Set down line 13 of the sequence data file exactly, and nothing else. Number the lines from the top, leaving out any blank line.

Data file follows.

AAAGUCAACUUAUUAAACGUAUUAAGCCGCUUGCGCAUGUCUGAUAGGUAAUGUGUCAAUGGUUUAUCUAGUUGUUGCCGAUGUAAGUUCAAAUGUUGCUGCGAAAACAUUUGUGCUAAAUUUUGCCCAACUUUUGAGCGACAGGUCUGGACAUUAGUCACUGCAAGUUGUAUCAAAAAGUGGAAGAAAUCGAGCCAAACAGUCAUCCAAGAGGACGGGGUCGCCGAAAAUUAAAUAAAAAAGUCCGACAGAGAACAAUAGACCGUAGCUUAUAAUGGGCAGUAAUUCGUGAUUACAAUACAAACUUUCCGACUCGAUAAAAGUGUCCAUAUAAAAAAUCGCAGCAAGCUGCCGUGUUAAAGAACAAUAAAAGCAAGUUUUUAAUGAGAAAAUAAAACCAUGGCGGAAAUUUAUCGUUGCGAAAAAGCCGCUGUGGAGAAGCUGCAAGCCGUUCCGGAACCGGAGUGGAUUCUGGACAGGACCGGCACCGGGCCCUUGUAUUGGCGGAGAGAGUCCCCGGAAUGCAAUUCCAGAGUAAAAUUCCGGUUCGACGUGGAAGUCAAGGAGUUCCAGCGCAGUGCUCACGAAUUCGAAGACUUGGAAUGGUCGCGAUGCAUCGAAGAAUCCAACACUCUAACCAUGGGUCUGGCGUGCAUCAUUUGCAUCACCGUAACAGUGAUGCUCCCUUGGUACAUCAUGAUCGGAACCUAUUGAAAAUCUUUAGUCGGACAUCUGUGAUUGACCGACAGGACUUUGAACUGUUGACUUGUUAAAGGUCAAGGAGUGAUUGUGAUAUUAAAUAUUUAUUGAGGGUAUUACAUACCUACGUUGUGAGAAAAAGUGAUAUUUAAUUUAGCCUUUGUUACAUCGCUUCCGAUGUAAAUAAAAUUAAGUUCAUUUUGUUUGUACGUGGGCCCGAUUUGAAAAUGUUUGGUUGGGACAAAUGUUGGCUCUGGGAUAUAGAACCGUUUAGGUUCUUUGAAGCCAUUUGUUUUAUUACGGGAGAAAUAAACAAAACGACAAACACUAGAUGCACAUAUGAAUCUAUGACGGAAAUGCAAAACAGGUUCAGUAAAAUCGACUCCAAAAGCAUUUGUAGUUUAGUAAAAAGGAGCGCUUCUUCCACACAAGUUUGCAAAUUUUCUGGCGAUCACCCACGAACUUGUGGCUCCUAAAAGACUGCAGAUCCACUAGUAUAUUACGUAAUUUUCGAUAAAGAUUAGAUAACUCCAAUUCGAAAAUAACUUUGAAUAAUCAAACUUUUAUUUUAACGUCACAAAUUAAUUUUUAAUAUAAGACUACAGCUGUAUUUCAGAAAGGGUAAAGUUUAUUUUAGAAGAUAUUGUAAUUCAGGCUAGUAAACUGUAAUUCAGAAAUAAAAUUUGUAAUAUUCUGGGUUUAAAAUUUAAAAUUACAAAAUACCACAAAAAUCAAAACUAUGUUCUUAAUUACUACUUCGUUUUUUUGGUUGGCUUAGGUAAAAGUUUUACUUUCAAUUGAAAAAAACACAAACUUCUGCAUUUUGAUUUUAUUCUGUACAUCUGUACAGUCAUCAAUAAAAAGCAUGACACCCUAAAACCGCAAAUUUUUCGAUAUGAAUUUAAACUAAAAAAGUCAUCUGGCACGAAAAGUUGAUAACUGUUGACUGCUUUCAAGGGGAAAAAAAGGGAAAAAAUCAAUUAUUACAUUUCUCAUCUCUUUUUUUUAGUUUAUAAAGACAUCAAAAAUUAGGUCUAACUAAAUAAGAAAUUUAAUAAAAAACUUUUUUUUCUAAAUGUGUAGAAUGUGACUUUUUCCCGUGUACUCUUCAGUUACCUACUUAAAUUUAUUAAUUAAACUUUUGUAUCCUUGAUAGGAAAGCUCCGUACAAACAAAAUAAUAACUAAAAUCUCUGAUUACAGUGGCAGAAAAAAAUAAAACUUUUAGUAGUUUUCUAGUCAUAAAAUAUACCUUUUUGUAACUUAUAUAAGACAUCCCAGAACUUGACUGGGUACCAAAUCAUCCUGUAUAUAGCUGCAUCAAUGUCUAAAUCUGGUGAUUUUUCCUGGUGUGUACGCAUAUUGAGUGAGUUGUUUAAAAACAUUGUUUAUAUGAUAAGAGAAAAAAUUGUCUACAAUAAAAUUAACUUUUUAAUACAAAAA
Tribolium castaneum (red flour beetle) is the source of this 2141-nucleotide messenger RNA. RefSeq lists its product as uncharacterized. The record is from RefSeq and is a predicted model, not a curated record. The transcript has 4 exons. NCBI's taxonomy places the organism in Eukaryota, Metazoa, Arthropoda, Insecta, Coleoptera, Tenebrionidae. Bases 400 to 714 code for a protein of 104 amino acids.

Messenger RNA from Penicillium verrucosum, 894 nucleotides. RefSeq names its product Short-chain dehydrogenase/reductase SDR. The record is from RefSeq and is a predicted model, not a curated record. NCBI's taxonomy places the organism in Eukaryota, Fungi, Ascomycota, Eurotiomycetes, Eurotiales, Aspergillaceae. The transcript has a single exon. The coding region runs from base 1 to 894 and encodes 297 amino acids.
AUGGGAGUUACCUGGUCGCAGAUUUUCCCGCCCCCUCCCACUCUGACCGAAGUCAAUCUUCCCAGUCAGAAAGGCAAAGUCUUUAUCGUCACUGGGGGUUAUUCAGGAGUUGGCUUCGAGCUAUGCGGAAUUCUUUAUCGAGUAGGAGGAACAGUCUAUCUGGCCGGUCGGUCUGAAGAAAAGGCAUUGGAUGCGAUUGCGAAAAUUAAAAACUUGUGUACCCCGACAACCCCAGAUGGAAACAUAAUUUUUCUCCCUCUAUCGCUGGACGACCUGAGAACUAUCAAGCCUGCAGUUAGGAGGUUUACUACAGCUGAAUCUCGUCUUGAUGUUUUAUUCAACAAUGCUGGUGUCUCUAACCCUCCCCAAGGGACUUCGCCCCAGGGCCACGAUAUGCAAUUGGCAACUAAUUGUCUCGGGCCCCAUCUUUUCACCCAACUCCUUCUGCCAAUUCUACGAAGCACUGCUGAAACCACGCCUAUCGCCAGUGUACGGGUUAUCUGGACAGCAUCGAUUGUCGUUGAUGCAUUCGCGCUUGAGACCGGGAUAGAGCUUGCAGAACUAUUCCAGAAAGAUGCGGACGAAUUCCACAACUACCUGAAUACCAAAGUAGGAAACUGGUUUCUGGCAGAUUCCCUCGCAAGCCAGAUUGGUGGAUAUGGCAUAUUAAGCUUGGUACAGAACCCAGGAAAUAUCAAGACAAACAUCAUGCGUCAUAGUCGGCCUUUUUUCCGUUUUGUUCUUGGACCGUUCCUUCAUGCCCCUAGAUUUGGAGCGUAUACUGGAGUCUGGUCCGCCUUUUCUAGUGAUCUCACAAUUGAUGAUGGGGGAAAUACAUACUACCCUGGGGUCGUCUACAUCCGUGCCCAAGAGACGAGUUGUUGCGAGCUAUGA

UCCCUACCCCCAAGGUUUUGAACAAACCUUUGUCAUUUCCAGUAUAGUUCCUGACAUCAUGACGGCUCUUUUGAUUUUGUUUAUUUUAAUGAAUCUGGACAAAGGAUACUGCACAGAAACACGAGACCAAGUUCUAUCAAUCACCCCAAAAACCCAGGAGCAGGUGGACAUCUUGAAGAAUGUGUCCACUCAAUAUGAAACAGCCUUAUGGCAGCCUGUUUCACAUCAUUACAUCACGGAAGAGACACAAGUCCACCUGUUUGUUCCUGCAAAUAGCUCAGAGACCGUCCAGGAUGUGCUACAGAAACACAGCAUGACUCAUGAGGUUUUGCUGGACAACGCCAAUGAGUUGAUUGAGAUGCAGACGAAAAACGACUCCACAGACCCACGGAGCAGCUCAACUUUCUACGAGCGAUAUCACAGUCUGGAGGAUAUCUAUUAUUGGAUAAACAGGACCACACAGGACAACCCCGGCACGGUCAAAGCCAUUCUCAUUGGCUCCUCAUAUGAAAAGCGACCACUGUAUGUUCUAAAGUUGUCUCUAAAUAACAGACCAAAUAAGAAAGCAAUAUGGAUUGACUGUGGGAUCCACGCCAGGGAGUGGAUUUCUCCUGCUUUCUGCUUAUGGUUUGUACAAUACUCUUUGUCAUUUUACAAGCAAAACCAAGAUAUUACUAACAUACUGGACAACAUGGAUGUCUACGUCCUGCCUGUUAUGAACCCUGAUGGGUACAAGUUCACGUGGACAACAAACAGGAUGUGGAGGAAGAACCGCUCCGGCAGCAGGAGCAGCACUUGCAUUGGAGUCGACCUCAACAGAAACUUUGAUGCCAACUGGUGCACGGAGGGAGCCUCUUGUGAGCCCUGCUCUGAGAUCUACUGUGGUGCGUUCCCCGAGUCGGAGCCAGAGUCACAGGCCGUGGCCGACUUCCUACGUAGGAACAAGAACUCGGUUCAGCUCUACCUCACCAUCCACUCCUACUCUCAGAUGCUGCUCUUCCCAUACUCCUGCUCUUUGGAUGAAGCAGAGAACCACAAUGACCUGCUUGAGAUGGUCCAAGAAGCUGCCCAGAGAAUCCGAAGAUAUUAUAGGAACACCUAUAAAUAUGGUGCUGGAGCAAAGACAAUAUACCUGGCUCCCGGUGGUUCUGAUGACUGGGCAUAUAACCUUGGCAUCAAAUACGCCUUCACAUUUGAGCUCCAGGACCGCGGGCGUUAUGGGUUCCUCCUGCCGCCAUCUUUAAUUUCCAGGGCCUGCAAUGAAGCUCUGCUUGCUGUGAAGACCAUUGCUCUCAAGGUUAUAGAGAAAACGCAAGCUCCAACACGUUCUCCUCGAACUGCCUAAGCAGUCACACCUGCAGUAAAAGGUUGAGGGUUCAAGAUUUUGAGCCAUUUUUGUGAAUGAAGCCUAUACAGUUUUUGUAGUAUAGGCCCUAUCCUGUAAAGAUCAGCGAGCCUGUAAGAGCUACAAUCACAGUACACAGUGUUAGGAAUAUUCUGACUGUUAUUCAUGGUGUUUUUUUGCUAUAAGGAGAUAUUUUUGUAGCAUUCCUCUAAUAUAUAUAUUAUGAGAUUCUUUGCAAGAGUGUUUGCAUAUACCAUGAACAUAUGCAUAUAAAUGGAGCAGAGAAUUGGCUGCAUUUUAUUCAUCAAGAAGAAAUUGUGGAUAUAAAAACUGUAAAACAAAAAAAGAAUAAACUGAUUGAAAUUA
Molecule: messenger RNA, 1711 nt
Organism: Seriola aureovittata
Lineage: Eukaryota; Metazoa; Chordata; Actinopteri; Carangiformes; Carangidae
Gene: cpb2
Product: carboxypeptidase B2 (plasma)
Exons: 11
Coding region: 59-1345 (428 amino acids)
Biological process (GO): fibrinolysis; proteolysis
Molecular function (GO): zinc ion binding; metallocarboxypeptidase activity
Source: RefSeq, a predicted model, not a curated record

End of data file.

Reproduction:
Biological process (GO): fibrinolysis; proteolysis